However, if there is a 7, 8 or 9 speed automatic transmission then the need for a three-speed transfer case is much reduced, especially with any hybrid drive which would see electrical power take over at very low speeds. Maybe Jeep know this, and are just offering it as a sop for doing away with the manual? Certainly low range is becoming less critical with every new vehicle release, and sooner or later will be deleted entirely for weight saving purposes.

Not having a manual transmission

Manuals are expensive to produce these days (like any variant of a vehicle), and Jeep will be looking at the numbers wondering if they stack up.  They’ll be asking themselves if no manual was offered, would people bitch about it and buy a Wrangler anyway? The answer is most probably yes, it’s a bit like holding your nose and voting for an unpopular politician from a party you’ve always supported, something many citizens of the USA seem to be grappling with right now. And the alternatives to the Wrangler are fewer and fewer, so from a purely logical perspective deleting the manual is probably the hard-hearted answer. But maybe not…Porsche, on the other side of the motoring world, has belatedly started championing manuals again.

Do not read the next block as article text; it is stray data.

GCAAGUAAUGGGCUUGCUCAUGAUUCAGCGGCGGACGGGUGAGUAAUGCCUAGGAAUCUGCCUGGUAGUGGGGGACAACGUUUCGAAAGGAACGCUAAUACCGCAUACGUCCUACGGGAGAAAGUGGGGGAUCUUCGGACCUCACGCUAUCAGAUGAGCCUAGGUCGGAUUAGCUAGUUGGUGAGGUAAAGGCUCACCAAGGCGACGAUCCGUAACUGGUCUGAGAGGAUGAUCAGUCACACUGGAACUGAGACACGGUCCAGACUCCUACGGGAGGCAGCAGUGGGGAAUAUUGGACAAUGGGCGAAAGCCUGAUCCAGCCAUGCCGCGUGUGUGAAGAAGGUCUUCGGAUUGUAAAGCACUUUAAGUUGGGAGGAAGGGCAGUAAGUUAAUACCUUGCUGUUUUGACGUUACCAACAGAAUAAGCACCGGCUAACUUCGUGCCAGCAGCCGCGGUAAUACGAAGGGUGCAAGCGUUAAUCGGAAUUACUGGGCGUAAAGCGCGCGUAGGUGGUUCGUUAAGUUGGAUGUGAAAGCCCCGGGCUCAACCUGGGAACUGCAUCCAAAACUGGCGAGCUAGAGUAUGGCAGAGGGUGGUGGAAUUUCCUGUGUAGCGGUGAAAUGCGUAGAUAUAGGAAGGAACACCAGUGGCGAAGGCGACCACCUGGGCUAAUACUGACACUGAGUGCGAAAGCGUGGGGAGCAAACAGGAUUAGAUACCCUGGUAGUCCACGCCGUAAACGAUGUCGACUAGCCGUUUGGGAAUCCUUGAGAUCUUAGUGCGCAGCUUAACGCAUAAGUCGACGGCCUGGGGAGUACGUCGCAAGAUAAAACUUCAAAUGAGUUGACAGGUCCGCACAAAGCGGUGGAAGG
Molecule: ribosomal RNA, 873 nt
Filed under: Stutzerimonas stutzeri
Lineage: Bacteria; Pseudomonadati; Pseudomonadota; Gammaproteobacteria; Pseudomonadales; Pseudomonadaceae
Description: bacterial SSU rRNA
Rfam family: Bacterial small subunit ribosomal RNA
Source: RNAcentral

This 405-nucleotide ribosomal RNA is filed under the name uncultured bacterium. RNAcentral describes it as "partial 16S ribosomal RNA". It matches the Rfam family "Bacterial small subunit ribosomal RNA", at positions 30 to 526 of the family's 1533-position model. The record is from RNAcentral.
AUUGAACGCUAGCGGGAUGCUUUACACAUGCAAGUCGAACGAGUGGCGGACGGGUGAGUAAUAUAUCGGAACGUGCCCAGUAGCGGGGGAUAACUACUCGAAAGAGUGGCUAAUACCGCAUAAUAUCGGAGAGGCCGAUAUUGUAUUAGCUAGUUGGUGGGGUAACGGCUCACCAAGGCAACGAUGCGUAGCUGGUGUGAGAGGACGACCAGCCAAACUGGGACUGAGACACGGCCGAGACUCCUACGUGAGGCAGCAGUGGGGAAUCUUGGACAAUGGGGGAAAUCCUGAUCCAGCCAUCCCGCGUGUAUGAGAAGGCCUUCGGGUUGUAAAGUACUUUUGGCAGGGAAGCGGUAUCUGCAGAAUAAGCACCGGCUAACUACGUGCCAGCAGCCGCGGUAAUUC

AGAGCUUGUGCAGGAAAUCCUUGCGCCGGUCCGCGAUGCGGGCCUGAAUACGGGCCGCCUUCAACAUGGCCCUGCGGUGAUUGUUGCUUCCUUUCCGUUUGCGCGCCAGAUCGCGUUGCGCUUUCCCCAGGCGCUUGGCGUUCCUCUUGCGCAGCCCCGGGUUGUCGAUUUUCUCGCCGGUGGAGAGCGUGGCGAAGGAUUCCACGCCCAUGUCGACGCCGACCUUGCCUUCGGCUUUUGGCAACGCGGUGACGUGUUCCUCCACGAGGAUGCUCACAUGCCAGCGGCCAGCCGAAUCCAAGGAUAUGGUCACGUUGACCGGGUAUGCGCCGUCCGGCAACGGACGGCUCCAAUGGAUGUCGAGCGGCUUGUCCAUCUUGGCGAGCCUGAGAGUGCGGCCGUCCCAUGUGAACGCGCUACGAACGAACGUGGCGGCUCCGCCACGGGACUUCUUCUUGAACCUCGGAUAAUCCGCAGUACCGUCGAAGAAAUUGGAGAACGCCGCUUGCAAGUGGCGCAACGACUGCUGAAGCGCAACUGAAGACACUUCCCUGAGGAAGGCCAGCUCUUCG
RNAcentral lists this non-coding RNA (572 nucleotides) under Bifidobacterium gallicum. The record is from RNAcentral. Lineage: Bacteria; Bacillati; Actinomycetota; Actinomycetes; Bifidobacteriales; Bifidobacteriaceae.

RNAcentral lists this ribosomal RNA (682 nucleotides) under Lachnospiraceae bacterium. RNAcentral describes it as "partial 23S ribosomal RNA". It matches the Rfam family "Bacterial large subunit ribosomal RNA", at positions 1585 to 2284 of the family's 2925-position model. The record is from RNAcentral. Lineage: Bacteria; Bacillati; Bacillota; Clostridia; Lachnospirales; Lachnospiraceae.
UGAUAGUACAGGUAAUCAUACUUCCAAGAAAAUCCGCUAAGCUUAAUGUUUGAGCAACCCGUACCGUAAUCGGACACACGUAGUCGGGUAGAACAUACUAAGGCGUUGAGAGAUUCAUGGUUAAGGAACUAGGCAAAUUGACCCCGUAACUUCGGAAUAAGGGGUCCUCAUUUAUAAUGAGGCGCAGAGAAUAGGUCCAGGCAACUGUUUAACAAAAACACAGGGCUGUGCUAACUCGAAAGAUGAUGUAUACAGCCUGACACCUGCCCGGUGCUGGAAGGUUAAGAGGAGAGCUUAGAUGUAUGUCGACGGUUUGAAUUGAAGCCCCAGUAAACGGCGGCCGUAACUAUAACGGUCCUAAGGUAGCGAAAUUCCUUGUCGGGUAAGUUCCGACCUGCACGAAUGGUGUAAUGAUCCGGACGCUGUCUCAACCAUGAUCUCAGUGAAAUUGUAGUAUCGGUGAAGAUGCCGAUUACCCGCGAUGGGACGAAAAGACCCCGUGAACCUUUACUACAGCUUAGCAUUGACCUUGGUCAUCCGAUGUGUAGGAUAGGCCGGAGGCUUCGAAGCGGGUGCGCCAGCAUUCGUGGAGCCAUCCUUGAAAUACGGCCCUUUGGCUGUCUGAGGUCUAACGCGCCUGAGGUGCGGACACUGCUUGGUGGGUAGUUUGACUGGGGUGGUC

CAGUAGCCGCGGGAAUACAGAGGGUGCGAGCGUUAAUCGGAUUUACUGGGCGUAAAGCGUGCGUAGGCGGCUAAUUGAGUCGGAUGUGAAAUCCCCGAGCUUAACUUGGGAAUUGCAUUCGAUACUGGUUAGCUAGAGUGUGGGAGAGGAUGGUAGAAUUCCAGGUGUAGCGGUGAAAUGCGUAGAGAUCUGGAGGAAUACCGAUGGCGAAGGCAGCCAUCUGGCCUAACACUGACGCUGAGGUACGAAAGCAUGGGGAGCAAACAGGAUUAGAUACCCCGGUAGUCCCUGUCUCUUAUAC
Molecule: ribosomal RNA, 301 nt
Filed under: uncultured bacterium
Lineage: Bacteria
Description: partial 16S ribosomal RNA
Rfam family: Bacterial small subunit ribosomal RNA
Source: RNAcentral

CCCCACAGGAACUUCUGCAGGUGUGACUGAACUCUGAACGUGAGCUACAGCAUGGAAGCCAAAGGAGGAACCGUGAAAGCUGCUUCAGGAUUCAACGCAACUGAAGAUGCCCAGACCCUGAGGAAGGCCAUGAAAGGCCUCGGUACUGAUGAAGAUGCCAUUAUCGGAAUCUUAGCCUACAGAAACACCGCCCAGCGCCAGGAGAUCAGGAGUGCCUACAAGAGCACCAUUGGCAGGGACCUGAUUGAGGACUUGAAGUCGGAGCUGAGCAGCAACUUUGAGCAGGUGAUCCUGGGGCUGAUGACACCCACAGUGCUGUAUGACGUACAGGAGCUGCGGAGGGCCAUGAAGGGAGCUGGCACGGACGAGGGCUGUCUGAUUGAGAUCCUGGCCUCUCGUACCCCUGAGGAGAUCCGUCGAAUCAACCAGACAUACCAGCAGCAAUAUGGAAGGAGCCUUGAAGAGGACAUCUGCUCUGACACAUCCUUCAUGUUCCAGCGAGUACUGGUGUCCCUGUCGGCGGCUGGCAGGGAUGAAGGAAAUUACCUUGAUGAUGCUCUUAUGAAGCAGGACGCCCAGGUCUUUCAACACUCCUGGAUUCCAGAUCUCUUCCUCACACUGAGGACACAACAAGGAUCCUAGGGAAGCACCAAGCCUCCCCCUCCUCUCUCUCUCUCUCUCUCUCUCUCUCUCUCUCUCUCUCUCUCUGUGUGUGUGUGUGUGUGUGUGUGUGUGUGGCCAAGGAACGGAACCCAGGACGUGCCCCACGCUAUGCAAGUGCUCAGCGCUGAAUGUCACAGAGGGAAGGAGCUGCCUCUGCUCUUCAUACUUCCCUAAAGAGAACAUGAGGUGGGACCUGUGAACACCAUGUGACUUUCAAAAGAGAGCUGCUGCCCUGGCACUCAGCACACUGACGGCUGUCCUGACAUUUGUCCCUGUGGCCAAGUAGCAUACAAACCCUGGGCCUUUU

Would Jeep exploring this question mean no manuals at all? Possibly, or maybe just not with the any of the newer engines.

Hybrid drivetrain

Emissions targets are only getting tighter (as Toyota’s chief sportscar designer mentioned), and hybrid tech is improving minute by minute. Put the two together and you have a hybrid future for sure. Would this be the JL? Maybe, maybe not…or maybe not in the first release, but you bet that every car manufacturer is thinking about it for all their vehicles. Again from a FCA report, here’s confirmation of a HEV (Hybrid Electric Vehicle):

wrangler-hybrid

Windshield not folding down

Like the Defender Puma which lost its classic vents in 2007, thereby depriving a generation of kids (and okay, adults) of ghost-driving hilarity, the Wrangler can’t retain its fold-down windscreen and meet modern safety standards. That has to go. By itself, I doubt many will miss it, but it’s another little bit of different charisma consigned to history.

Towing and payload for the four-door

This is interesting. Much as I love Wranglers (I even tried to buy one once, but Jeep managed to thwart the sale), the Wrangler has never been a utilitarian vehicle. It lacks payload, range and towing ability compared to the likes of the utes, Defender and 70 Series. Could the four-door, and the now-confirmed diesel and ute variants see a change of direction for Jeep to attack the serious tool-of-trade and overlanding market? It would make sense, as the more variants the base platform can support the more profitable it will be.

IMG_8030
JK Wrangler with the doors off and windscreen folded down. How much longer can we do this? And how long would a three-door survive?

The Jeep Wrangler will have to evolve, but there’s every indication that Jeep intend it to be as close as possible to what offroaders want. One of the attendees at the Q&A put it this way: “Overall, I went away with the sense that Jeep is building a next generation Wrangler that will be even more capable and versatile. And they can’t wait to show it to us!”

That the vehicle has to change is not the fault of Jeep, it’s a reflection of society’s evolving demands.


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Robert Pepper

Robert Pepper